University Bio - Miao Qian

Miao Qian

Assistant Professor of Psychology

Miao Qian
Contact Info:
Campus: McNichols Campus
Building: Reno Hall
Room: 218
Phone: 617-909-4761
Miao Qian

Degrees

  • Ph.D., University of Toronto
  • M.A., Zhejiang Normal University, China
  • B.S., Zhejiang University of Finance and Economics, China

Biography

Miao Qian (pronounced Mee-Aw, Chi-en) earned her Ph.D. in Developmental Psychology and Education from the University of Toronto, Canada. Qian joined the University of Detroit Mercy in 2021 after completing two years of postdoctoral psychology training in the Inequality in American Initiative program at Harvard University.

Qian teaches graduate and undergraduate courses in developmental psychology. Her research interest is in child social cognition, to answer the questions about how children acquire knowledge of social categories, such as race and gender, and how they use the knowledge to perceive, evaluate and judge others.

Qian’s research sits across developmental and social psychology, using methodologies and theories from cognitive, social-cognitive and developmental psychology. She currently has two lines of research: (1) The origin and root of implicit intergroup bias and the social-cognitive factors that drive bias development; (2) the malleability of implicit social biases, such as racial bias and gender bias, and interventions to reduce them in childhood.

Learn more about Miao Qian at https://miaoqian.wixsite.com/miaoqian

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    Publications

    2021 and in press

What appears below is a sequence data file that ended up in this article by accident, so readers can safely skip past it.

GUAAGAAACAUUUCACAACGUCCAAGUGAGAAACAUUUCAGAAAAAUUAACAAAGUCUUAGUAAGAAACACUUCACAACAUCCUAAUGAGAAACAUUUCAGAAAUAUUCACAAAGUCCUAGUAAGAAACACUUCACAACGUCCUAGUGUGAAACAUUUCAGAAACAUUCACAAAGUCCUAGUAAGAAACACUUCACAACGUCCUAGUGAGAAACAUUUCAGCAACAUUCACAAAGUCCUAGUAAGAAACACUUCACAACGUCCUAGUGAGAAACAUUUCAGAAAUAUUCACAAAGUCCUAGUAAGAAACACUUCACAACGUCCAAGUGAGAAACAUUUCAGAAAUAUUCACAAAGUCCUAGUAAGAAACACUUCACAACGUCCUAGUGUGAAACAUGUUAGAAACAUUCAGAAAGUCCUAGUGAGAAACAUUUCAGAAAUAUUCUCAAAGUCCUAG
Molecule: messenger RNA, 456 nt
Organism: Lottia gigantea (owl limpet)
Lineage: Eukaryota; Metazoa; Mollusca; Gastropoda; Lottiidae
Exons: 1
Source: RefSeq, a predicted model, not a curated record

• Qian, M., Heyman, G. D., Quinn, P. C., Messi F. A., Fu, G., & Lee, K. (2021). Age-related differences in implicit and explicit racial biases in Cameroonians. Developmental Psychology.

    2020

    • Singh, L., Quinn, P. C., Qian, M., & Lee, K. (2020). Bilingualism is associated with less racial bias in preschool children. Developmental Psychology.
    • Qian, M., Yu, C., Fu, G., Cirelli, L. (2020). Shaping children’s racial bias through interpersonal movement. Journal of Experimental Child Psychology.
    • Qian, M., Wang, Y.*, Wong, W. I., Fu, G., Zuo, B., VanderLaan, D. P. (2020). The impacts of race, gender, and gender-typed behavior on children’s friendship appraisals. Archives of Sexual Behavior.

    2019

    • Qian, M. K., Heyman, G. D., Quinn, P. C., Fu, G., & Lee, K. (2019). Differential developmental courses of implicit and explicit biases for different other-race classes. Developmental Psychology, 55, 1440–1452.
    • Qian, M. K., Quinn, P. C., Heyman, G. D, Pascalis, O., Fu, G., & Lee, K. (2019). A long-term effect of perceptual individuation training on reducing implicit racial bias in preschool children. Child Development, 90, 290-305.
    • Setoh, P., Lee, K. J. J., Zhang, L., Qian, M. K., Quinn, P. C., Heyman, G. D., & Lee, K. (2019). Racial categorization predicts implicit racial bias in preschool children. Child Development, 90, 162-179.

    2017

    • Qian, M. K., Quinn, P. C., Heyman, G. D., Pascalis, O., Fu, G., & Lee, K. (2017). Perceptual individuation training (but not mere exposure) reduces implicit racial bias in preschool children. Developmental Psychology, 53, 845–859.
    • Qian, M. K., Heyman, G., Quinn, P., Fu, G., & Lee, K. (2017). When the majority becomes the minority: A longitudinal study of the effects of immersive experience with racial out-group members on implicit and explicit racial biases. Journal of Cross-Cultural Psychology, 48, 914–930.

    2015

    • Qian, M. K., Heyman, G., Quinn, P., Messi, F., Fu, G., & Lee, K. (2015). Implicit racial biases in preschool children and adults from Asia and Africa. Child Development, 87, 285-296.
    • Wang, Q., Xiao, N., Quinn, P., Hu, C., Qian, M. K., Fu, G., Lee, K. (2015). Visual scanning and recognition of Chinese, Caucasian, and racially ambiguous faces: contributions from bottom-up facial physiognomic information and top-down knowledge of racial categories. Vision Research, 107, 67-75.
    • Heyman, G. D., Fu, G., Lin, J., Qian, M. K., & Lee, K. (2015). Eliciting promises from children reduces cheating. Journal of Experimental Child Psychology, 139, 242-248.